Wednesday, 20 March 2013
The Easter holiday's are approaching, Elin is in very good spirits and we are all looking forward to a break! We have a big Drake family holiday booked for a little Welsh town by the sea and can't wait. Last time we went on a big family holiday, Elin was nine months old. She was very small and more importantly she was easily transportable. It was only when a friend asked me recently, on hearing about our holiday plans, if I was looking forward to a nice walk on the beach that I was struck by something rather obvious. As a family, how do we go for a walk on the beach? Buggy's do not exactly lend themselves to sand. Not an issue for most family's with babies or young children- they get carried and by the time they are too big to carry, they are walking. But for us, it's almost impossible to carry over two stone of child further than a few hundred yards, particularly a child who has no muscle control/tone and no ability to grip with hands or legs. Certainly wont be able to push a buggy over the dunes! I got to thinking Elin and I would just have to miss out on any beach-walking activity. But then a friend posted a link to something on Facebook and we have a possible solution. A toddler carrier/back sling. Crucially, it's not the same as the walking rucksacks you see a lot of people with. We tried one of those and since they rely on the child being able to assume a 'sitting' position and maintain it with their muscle tone, it didn't work for Elin. She simply bounced around in it, her head dangerously lolling back and two between the metal frame (no matter how much stuffing with towels we did). She couldn't 'hang on' and it was desperately unsafe. Plus, she hated it. The toddler back-sling seems like it could work, as it will keep Elin resting on our backs, hopefully encouraging the 'safe' feeling she enjoys so much from body-to-body contact, keep her hips wide apart to discourage leg tension and 'dangling' and has a mesh hood that is supposed to be used if the toddler wants to go to sleep but for us should act as a nice soft head support. I am very excited about it arriving, could it be the answer to the problem of walking on the beach? Time will tell, photo's will follow :-)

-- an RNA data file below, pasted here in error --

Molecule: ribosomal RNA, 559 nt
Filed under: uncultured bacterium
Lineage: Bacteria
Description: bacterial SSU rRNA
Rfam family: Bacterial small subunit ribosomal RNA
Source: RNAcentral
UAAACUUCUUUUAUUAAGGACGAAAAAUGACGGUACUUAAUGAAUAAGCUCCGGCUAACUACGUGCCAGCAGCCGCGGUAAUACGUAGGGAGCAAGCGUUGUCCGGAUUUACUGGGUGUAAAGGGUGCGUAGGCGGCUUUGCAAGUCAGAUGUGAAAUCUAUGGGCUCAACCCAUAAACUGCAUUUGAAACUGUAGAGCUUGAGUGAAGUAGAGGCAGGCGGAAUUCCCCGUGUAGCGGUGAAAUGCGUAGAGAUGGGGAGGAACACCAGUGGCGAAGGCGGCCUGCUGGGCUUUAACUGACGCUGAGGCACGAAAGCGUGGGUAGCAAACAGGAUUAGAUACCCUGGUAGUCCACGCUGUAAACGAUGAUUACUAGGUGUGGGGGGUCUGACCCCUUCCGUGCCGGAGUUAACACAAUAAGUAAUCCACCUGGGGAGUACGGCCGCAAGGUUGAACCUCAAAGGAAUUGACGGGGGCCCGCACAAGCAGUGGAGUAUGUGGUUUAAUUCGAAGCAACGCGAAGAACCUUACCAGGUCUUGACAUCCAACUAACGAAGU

Wednesday, 13 March 2013
Every day when I'm waiting for Elin's bus I get reminded of the scene from the end of Forest Gump where he is just sitting on the wall waiting for his son to get home. It's kind of how I feel, most of my day is just different ways to fill the waiting space, until I can cuddle her in my arms again. Work, housework, seeing friends, supermarket, phone calls, gym..whatever. It can be very enjoyable, my time without her. Let's be honest every Mum likes a break. But mostly it's just a waiting game. Because nothing is quite right when she's not with me. Until, with ten minutes until the bus arrives, the waiting becomes almost unbearable. Elin hates travelling and is undoubtedly distressed beyond measure on the tired and lengthy bus journey home. My wait morphs into a kind of pacey, walk-the-floor wait more fitting to a hospital corridor. Difficult to focus, I just want her to arrive so I can hold her and read her school diary and hope she had a good day. That's my ten minutes a day when I turn into Forest Gump. Of course Forest sat on that wall all day waiting, and what with me not starring in my own emotionally over wrought hollywood movie, I have to actually go out and do stuff during the day when Elin isn't with me...like work! But to Elin, who leaves my arms at 8:00 am and returns neatly back to my arms at 3:30 pm, having no comprehension of what happens in my world in-between, perhaps her Mummy is just like Forest Gump. Waiting on a wall all day until she gets home.
Sunday, 10 March 2013
Paul asked me ages ago what I wanted to do today 9Mothers Day). I had to answer, nothing. I don't want to make plans or book a meal out. You see, pretty often our plans have to change depending on how Elin is that day and on special occasions this can serve to send me into a spiral of feeling sorry for myself (something I abhor) . It seemed easier to plan nothing and then there could be no room for disappointment, though I hate that this also serves to make me look like I'm giving in to the condition. Turns out, I was right. Totally justified in not going anywhere to celebrate Mother's day, Elin would almost deifintely not have been up for it. Saturday brought a very distressed and upset little girl, needing rescue medication before bed. Unsure what is bothering her. I prayed that Sunday would bring a better day for her, and it did, but I still wouldn't have fancied our chances keeping her peaceful while we lugged her around in the bitter cold and snow flurries. Yay me. I was right. We had aromatherapy at home and painted our nails and baked a cake, and that was my Mother's Day. Didn't have to watch her undergoing violent shakes and muscle spasms in the buggy. Didn't have to listen to her screaming in the car seat. Didn't have to struggle to eat a meal in a restaurant with her twisting on my knee because she is unable to sit in a chair. Didn't have to see the other Mummy's and their toddlers chatting away happily to them and wonder sub consciously for the millionth time what happened to my baby and who chose this path for us(and maybe this is the biggest reason of all why I didn't want to go out today. Not proud to admit it, but no point in writing a blog unless it is an honest one!) Our home is our castle, me and my girl. Sometimes, it's just all you need. Four familiar walls and zero stress. Perfick. Happy Mother's Day to all those SEN Mum's out there struggling with more than you can ever realise, enjoying more than you can ever know.
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